Last month, the Institute for Microbiology and Infection hosted the first Junior Award for Microbiology event, organised to give early-career researchers a forum to talk about their research and network with their peers. In this post, Dr Amanda Rossiter – a Sir Henry Wellcome Postdoctoral Fellow at the University of Birmingham – tells us about the event.
Nearly every academic institution runs a seminar programme, which invites academics from across the world to present their latest research. While this is a very successful model, these programmes are predominantly aimed at senior academics. At the Institute for Microbiology and Infection (IMI), within the University of Birmingham, many junior academics recognised the lack of networking events that were aimed solely at junior academics. To help resolve this issue, I have been working with a group of microbe-lovers at the IMI on a shared vision to revolutionise the way early-career researchers interact. The vision was simple: create an event that motivates early-career researchers to network with their peers. Emphasis was placed on creating a relaxed environment, which would encourage junior microbiologists to let their ‘scientific mojos’ flow, without the intimidating presence of Professors who often, let’s face it, dominate Q&A sessions.
A brainstorming session at the university bar helped us formulate what was to become the Junior Award for Microbiology (JAM). The plan was to invite promising, early-career scientists from across the UK and Ireland to present their research at the IMI, in front of a like-minded audience (up to five years post-PhD). This relatively simplistic idea was met with overwhelming support. In fact, the main feedback we got from academics was, “I’m surprised this hasn’t been done already”.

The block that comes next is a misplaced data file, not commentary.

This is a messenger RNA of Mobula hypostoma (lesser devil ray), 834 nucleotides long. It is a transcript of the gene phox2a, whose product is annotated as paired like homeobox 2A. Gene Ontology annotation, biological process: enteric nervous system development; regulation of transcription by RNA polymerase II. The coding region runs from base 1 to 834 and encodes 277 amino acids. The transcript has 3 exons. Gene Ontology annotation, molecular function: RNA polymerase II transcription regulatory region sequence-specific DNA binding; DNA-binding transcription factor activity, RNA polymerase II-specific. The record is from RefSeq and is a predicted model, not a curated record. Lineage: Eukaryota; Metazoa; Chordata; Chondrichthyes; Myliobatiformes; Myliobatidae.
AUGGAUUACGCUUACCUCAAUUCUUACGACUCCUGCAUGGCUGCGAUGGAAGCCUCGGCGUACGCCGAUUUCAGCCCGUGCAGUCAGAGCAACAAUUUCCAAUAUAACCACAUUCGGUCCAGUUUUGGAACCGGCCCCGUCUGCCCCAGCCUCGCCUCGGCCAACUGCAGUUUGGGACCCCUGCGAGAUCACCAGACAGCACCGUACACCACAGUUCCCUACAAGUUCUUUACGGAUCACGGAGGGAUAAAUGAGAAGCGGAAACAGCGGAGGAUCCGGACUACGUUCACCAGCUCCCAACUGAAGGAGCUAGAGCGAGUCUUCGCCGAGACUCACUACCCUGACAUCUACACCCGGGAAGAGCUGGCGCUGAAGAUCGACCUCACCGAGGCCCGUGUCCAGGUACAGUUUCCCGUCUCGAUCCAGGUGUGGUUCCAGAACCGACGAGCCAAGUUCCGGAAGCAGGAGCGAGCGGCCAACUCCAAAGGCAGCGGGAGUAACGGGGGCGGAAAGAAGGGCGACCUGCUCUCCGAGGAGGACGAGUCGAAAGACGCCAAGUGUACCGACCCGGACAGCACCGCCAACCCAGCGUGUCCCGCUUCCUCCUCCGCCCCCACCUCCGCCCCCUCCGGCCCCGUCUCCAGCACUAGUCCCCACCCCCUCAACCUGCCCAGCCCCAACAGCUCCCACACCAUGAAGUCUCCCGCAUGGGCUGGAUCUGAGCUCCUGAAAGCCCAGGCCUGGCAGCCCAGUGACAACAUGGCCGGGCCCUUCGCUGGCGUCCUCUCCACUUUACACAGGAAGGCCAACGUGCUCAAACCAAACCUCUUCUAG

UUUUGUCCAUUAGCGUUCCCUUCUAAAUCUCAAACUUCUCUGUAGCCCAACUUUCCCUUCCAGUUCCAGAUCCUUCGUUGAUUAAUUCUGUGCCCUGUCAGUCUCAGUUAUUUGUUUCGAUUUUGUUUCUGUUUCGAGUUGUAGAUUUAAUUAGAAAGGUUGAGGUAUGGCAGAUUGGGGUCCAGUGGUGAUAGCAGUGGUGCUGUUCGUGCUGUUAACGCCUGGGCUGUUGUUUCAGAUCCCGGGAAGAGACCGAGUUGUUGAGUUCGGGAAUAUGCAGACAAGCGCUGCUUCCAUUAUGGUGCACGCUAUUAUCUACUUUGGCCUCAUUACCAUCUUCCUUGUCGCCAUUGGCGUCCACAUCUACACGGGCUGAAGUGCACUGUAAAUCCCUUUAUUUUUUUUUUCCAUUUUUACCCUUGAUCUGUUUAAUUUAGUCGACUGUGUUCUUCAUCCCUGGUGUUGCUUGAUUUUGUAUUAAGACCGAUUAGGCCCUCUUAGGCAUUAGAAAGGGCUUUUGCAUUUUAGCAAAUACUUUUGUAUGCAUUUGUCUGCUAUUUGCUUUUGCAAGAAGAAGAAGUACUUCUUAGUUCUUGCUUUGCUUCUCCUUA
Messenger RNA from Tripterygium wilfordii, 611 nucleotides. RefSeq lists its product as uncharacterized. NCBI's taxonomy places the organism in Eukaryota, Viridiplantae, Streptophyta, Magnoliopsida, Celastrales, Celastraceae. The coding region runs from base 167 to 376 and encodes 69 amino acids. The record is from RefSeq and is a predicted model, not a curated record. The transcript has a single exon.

We were delighted to receive support from the Microbiology Society and the IMI to cover the costs of running a monthly seminar programme during the 2015-2016 term and quickly got to work on launching the JAM talks online, with its very own website www.jamtalks.com and twitter account @JAM_talks. We invited applications for speakers and at midnight on 30 September 2015, we had received more than 40! This far exceeded our expectations and once we had dealt with the near-impossible task of selecting eight talks from a pool of fantastic abstracts – one for each of the events – we invited Bevin McGeever from Imperial College to present the first ever JAM talk.
On 16 October 2015, keen microbiologists flocked to the event and it was rewarding to see how impressed they were with the layout of the room; every table was decorated with bottles of wine, to be enjoyed in small jam jars. These, along with the selection of cheeses, definitely created a buzz and made the small talk (no pun intended) much easier.
After a brief introduction to the JAM talks, we handed over to Bevin who gave a fantastic talk on her discovery of ubiquitin ligases, used by pathogenic E. coli to modulate cell cycle regulatory proteins in human cells. Bevin’s talk prompted a fantastic discussion among the audience, with many junior microbiologists offering up intriguing questions. A panel of judges scored Bevin’s talk – we’ll also be doing this for each of the other speakers, with the eventual winner receiving the JAM Champion trophy! To thank Bevin for her talk, and because the committee love all things JAM, we awarded Bevin with a JAM jar trophy, upon which we’d had her name, the date and JAM logo etched.
All in all, the first JAM talk was a huge success. We hope these seminars will continue to provide opportunities for early-career researchers to network and forge those all-important collaborations. Ultimately, we are aiming for these JAM talks to serve as a model to inspire not only microbiologists, but scientists from all fields, to initiate their own seminar series targeted at junior academics. So, keep in touch with #Jamtalks and watch this space for the winner, to be announced in 2016.
Dr Amanda Rossiter